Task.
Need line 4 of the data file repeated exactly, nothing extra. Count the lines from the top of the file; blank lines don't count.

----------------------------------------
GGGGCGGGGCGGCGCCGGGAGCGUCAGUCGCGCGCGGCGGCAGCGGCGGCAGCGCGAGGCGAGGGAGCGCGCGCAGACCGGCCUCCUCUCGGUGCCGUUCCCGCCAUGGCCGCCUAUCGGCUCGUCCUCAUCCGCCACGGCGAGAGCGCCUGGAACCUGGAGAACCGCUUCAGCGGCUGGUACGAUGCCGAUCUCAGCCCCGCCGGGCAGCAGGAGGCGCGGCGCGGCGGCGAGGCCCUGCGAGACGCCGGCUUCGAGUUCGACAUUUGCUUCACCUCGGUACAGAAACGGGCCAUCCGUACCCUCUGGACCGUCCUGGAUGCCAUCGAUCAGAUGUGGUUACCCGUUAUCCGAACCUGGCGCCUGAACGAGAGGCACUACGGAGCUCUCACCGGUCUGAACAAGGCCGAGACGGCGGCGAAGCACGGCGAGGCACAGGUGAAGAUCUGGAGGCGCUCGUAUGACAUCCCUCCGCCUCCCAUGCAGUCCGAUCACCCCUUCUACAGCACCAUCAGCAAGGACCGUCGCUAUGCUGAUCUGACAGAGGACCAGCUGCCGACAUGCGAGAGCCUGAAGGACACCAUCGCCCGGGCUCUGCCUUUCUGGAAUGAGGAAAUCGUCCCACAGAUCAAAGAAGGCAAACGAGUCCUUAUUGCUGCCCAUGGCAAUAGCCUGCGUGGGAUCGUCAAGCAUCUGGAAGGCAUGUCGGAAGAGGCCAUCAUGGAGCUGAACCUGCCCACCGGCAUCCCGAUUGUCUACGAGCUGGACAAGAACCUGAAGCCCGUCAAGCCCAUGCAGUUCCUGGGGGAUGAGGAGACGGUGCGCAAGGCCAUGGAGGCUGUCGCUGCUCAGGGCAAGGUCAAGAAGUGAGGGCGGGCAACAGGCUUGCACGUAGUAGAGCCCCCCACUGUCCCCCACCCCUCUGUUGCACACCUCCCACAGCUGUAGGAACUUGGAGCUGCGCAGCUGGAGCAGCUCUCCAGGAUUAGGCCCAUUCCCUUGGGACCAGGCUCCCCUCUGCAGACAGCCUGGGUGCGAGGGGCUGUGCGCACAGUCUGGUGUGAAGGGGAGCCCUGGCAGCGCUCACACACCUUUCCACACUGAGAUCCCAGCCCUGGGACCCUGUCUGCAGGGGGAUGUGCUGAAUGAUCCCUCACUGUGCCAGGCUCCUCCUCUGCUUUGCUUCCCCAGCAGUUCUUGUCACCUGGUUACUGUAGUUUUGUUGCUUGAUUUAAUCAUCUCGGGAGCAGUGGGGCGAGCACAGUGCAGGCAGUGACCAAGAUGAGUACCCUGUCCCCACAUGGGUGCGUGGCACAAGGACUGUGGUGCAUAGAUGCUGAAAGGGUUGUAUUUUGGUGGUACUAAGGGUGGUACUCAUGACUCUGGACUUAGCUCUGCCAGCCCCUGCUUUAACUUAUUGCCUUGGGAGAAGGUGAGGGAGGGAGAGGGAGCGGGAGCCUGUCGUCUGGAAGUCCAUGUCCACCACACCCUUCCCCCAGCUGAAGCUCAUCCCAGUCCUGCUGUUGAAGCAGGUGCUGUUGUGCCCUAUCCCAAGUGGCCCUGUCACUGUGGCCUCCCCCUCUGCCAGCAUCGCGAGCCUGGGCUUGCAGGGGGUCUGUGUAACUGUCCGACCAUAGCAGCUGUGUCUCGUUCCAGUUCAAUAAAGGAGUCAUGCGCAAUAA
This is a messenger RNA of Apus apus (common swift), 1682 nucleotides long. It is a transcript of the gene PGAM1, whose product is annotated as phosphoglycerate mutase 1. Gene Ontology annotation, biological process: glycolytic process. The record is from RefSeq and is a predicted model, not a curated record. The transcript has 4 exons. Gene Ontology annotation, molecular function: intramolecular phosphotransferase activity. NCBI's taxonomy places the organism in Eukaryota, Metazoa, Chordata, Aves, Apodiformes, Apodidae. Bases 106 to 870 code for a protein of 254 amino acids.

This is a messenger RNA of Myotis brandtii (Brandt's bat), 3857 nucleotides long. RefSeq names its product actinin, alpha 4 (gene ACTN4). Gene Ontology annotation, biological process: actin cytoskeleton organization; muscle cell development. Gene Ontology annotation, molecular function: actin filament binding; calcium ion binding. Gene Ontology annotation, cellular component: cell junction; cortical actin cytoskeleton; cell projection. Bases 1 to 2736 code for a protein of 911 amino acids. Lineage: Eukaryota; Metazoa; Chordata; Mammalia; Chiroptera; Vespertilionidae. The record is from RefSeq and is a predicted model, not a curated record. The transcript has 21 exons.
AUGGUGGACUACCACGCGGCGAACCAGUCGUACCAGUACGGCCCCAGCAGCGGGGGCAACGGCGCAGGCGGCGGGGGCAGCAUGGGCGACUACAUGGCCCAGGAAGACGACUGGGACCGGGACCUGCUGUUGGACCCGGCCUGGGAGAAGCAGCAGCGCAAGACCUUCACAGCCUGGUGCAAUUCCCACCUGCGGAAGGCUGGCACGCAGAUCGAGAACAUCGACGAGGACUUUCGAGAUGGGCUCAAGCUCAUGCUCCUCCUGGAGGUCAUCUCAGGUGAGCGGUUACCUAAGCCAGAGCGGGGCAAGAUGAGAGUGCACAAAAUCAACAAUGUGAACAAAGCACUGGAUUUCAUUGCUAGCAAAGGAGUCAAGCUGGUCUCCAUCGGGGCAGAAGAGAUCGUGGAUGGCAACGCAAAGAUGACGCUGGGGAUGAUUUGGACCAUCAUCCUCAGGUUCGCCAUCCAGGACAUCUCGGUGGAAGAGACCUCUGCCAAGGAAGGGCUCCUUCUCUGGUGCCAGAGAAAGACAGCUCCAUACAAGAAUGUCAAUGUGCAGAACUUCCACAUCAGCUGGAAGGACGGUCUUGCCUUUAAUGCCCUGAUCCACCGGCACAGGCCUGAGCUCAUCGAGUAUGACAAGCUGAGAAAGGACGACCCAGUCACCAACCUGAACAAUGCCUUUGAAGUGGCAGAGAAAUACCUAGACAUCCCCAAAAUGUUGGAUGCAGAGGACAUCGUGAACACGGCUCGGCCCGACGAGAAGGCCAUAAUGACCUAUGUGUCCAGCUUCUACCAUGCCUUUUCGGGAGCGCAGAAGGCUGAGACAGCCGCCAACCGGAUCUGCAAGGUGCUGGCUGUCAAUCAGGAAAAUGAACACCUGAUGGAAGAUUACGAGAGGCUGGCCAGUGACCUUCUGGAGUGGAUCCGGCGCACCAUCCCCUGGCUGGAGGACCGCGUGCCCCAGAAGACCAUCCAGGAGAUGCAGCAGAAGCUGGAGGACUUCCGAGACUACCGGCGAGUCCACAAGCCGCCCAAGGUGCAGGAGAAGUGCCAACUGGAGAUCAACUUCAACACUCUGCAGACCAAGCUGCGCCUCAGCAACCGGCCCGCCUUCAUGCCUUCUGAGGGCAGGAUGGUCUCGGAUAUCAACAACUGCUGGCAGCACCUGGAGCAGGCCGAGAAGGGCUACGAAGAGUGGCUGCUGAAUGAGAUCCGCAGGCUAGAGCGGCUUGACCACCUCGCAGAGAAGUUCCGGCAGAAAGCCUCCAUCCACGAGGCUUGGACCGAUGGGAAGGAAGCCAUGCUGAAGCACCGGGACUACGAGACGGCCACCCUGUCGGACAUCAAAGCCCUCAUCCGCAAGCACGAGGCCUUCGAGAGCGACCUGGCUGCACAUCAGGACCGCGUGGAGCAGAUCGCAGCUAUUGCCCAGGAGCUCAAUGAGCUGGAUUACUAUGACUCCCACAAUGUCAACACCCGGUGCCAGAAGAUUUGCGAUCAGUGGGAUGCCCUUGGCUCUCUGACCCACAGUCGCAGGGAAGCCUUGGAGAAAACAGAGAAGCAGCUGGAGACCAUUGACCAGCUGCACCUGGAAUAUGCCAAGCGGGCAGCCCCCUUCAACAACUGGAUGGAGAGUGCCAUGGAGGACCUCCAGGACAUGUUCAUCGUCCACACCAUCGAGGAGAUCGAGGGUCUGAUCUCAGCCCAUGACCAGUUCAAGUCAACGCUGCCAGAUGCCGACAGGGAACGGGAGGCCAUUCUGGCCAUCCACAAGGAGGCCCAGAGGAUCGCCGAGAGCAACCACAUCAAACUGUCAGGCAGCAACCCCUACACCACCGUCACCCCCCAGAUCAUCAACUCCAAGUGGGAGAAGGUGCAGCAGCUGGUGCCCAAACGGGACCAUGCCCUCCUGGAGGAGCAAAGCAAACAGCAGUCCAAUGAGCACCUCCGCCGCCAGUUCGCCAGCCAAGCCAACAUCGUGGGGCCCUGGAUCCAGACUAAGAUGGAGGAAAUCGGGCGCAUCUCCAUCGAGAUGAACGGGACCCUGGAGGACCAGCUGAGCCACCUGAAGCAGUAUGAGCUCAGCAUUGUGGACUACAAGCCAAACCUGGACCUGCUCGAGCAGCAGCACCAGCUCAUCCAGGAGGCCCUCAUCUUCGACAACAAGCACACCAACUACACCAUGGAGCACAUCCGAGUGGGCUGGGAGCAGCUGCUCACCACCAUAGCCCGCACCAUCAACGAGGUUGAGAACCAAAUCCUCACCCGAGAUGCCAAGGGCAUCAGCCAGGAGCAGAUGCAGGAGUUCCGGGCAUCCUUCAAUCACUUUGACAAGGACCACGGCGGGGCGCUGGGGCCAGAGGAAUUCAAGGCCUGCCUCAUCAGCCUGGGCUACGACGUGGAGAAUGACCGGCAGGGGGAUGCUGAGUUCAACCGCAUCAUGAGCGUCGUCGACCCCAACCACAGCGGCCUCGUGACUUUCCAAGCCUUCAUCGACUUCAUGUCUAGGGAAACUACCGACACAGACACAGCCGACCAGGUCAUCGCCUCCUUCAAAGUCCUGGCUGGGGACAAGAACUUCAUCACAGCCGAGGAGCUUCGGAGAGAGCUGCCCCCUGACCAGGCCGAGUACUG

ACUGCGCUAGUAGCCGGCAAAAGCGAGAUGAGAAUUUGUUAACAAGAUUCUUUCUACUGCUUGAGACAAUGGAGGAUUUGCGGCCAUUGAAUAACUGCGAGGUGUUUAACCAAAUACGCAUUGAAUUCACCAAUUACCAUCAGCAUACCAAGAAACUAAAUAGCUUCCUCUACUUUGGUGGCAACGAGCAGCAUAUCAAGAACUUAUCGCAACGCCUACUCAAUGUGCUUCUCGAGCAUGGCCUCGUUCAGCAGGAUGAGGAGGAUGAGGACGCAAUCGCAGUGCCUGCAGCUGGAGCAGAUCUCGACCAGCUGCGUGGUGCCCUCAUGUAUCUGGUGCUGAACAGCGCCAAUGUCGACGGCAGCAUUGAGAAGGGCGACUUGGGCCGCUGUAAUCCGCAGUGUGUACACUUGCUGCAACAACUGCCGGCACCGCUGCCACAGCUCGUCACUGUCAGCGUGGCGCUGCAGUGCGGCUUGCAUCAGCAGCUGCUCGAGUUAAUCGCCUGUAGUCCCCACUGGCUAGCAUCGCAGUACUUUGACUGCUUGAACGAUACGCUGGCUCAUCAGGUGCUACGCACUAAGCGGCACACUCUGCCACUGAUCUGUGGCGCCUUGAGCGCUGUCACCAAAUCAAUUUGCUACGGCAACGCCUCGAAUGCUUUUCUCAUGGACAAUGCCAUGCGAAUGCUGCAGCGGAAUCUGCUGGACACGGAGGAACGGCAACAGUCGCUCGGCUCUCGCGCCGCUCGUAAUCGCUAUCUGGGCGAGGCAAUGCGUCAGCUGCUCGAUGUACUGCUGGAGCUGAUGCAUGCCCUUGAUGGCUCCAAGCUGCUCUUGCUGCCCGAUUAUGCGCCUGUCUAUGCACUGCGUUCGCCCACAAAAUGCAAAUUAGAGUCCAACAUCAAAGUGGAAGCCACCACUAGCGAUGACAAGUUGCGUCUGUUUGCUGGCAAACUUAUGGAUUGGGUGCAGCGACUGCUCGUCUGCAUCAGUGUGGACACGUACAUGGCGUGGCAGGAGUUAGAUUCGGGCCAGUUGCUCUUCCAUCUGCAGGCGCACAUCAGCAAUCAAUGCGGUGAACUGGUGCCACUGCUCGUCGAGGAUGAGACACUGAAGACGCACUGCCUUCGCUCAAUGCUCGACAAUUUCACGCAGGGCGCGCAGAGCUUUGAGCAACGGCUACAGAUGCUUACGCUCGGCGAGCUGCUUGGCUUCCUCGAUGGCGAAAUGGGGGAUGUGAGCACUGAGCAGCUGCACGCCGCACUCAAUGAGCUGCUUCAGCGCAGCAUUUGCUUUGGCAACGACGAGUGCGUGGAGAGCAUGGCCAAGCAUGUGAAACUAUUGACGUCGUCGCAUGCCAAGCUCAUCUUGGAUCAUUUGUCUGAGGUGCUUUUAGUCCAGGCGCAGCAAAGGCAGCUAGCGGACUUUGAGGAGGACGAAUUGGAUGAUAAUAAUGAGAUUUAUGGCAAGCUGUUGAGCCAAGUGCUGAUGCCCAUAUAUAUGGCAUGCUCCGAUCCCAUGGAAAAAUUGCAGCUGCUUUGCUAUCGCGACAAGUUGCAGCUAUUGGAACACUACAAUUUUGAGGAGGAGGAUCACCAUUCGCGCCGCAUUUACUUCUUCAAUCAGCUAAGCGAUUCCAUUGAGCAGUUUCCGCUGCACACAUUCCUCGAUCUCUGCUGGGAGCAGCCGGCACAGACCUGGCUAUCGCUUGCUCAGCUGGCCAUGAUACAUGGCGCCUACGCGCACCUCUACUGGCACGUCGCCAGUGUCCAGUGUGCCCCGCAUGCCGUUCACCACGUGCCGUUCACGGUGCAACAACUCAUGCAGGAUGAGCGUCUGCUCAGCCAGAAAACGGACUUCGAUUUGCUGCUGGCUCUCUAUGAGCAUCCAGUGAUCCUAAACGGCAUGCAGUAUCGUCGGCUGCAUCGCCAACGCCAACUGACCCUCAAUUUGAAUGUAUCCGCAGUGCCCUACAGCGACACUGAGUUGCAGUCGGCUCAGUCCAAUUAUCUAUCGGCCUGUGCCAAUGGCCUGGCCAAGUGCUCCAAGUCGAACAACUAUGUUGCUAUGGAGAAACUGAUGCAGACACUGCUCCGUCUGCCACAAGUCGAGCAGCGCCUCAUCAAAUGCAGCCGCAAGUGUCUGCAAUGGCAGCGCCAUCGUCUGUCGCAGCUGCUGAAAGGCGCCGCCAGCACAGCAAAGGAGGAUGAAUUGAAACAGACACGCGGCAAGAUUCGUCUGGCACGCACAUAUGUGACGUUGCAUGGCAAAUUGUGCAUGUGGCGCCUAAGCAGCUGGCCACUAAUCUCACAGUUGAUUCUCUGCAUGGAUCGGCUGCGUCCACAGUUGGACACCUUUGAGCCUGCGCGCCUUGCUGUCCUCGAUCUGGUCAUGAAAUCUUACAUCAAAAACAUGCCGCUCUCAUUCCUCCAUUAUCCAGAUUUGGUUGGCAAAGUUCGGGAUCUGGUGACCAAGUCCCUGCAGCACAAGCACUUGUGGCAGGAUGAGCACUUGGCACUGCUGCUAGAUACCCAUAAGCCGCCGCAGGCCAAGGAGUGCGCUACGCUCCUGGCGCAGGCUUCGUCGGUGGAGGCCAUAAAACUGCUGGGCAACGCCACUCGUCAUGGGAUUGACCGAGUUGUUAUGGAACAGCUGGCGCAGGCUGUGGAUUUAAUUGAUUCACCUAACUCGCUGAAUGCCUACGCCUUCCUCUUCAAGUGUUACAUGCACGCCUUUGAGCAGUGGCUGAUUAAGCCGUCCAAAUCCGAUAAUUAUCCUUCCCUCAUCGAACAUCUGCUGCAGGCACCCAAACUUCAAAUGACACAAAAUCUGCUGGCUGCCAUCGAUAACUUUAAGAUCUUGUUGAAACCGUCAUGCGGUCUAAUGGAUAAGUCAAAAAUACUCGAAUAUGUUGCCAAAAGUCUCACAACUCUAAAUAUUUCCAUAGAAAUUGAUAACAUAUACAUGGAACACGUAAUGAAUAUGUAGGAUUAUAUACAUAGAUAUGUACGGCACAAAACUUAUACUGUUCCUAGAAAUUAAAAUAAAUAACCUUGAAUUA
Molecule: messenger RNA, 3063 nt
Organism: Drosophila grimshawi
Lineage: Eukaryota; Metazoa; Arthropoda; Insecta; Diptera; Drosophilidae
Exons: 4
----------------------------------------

AUGGUGGACUACCACGCGGCGAACCAGUCGUACCAGUACGGCCCCAGCAGCGGGGGCAACGGCGCAGGCGGCGGGGGCAGCAUGGGCGACUACAUGGCCCAGGAAGACGACUGGGACCGGGACCUGCUGUUGGACCCGGCCUGGGAGAAGCAGCAGCGCAAGACCUUCACAGCCUGGUGCAAUUCCCACCUGCGGAAGGCUGGCACGCAGAUCGAGAACAUCGACGAGGACUUUCGAGAUGGGCUCAAGCUCAUGCUCCUCCUGGAGGUCAUCUCAGGUGAGCGGUUACCUAAGCCAGAGCGGGGCAAGAUGAGAGUGCACAAAAUCAACAAUGUGAACAAAGCACUGGAUUUCAUUGCUAGCAAAGGAGUCAAGCUGGUCUCCAUCGGGGCAGAAGAGAUCGUGGAUGGCAACGCAAAGAUGACGCUGGGGAUGAUUUGGACCAUCAUCCUCAGGUUCGCCAUCCAGGACAUCUCGGUGGAAGAGACCUCUGCCAAGGAAGGGCUCCUUCUCUGGUGCCAGAGAAAGACAGCUCCAUACAAGAAUGUCAAUGUGCAGAACUUCCACAUCAGCUGGAAGGACGGUCUUGCCUUUAAUGCCCUGAUCCACCGGCACAGGCCUGAGCUCAUCGAGUAUGACAAGCUGAGAAAGGACGACCCAGUCACCAACCUGAACAAUGCCUUUGAAGUGGCAGAGAAAUACCUAGACAUCCCCAAAAUGUUGGAUGCAGAGGACAUCGUGAACACGGCUCGGCCCGACGAGAAGGCCAUAAUGACCUAUGUGUCCAGCUUCUACCAUGCCUUUUCGGGAGCGCAGAAGGCUGAGACAGCCGCCAACCGGAUCUGCAAGGUGCUGGCUGUCAAUCAGGAAAAUGAACACCUGAUGGAAGAUUACGAGAGGCUGGCCAGUGACCUUCUGGAGUGGAUCCGGCGCACCAUCCCCUGGCUGGAGGACCGCGUGCCCCAGAAGACCAUCCAGGAGAUGCAGCAGAAGCUGGAGGACUUCCGAGACUACCGGCGAGUCCACAAGCCGCCCAAGGUGCAGGAGAAGUGCCAACUGGAGAUCAACUUCAACACUCUGCAGACCAAGCUGCGCCUCAGCAACCGGCCCGCCUUCAUGCCUUCUGAGGGCAGGAUGGUCUCGGAUAUCAACAACUGCUGGCAGCACCUGGAGCAGGCCGAGAAGGGCUACGAAGAGUGGCUGCUGAAUGAGAUCCGCAGGCUAGAGCGGCUUGACCACCUCGCAGAGAAGUUCCGGCAGAAAGCCUCCAUCCACGAGGCUUGGACCGAUGGGAAGGAAGCCAUGCUGAAGCACCGGGACUACGAGACGGCCACCCUGUCGGACAUCAAAGCCCUCAUCCGCAAGCACGAGGCCUUCGAGAGCGACCUGGCUGCACAUCAGGACCGCGUGGAGCAGAUCGCAGCUAUUGCCCAGGAGCUCAAUGAGCUGGAUUACUAUGACUCCCACAAUGUCAACACCCGGUGCCAGAAGAUUUGCGAUCAGUGGGAUGCCCUUGGCUCUCUGACCCACAGUCGCAGGGAAGCCUUGGAGAAAACAGAGAAGCAGCUGGAGACCAUUGACCAGCUGCACCUGGAAUAUGCCAAGCGGGCAGCCCCCUUCAACAACUGGAUGGAGAGUGCCAUGGAGGACCUCCAGGACAUGUUCAUCGUCCACACCAUCGAGGAGAUCGAGGGUCUGAUCUCAGCCCAUGACCAGUUCAAGUCAACGCUGCCAGAUGCCGACAGGGAACGGGAGGCCAUUCUGGCCAUCCACAAGGAGGCCCAGAGGAUCGCCGAGAGCAACCACAUCAAACUGUCAGGCAGCAACCCCUACACCACCGUCACCCCCCAGAUCAUCAACUCCAAGUGGGAGAAGGUGCAGCAGCUGGUGCCCAAACGGGACCAUGCCCUCCUGGAGGAGCAAAGCAAACAGCAGUCCAAUGAGCACCUCCGCCGCCAGUUCGCCAGCCAAGCCAACAUCGUGGGGCCCUGGAUCCAGACUAAGAUGGAGGAAAUCGGGCGCAUCUCCAUCGAGAUGAACGGGACCCUGGAGGACCAGCUGAGCCACCUGAAGCAGUAUGAGCUCAGCAUUGUGGACUACAAGCCAAACCUGGACCUGCUCGAGCAGCAGCACCAGCUCAUCCAGGAGGCCCUCAUCUUCGACAACAAGCACACCAACUACACCAUGGAGCACAUCCGAGUGGGCUGGGAGCAGCUGCUCACCACCAUAGCCCGCACCAUCAACGAGGUUGAGAACCAAAUCCUCACCCGAGAUGCCAAGGGCAUCAGCCAGGAGCAGAUGCAGGAGUUCCGGGCAUCCUUCAAUCACUUUGACAAGGACCACGGCGGGGCGCUGGGGCCAGAGGAAUUCAAGGCCUGCCUCAUCAGCCUGGGCUACGACGUGGAGAAUGACCGGCAGGGGGAUGCUGAGUUCAACCGCAUCAUGAGCGUCGUCGACCCCAACCACAGCGGCCUCGUGACUUUCCAAGCCUUCAUCGACUUCAUGUCUAGGGAAACUACCGACACAGACACAGCCGACCAGGUCAUCGCCUCCUUCAAAGUCCUGGCUGGGGACAAGAACUUCAUCACAGCCGAGGAGCUUCGGAGAGAGCUGCCCCCUGACCAGGCCGAGUACUG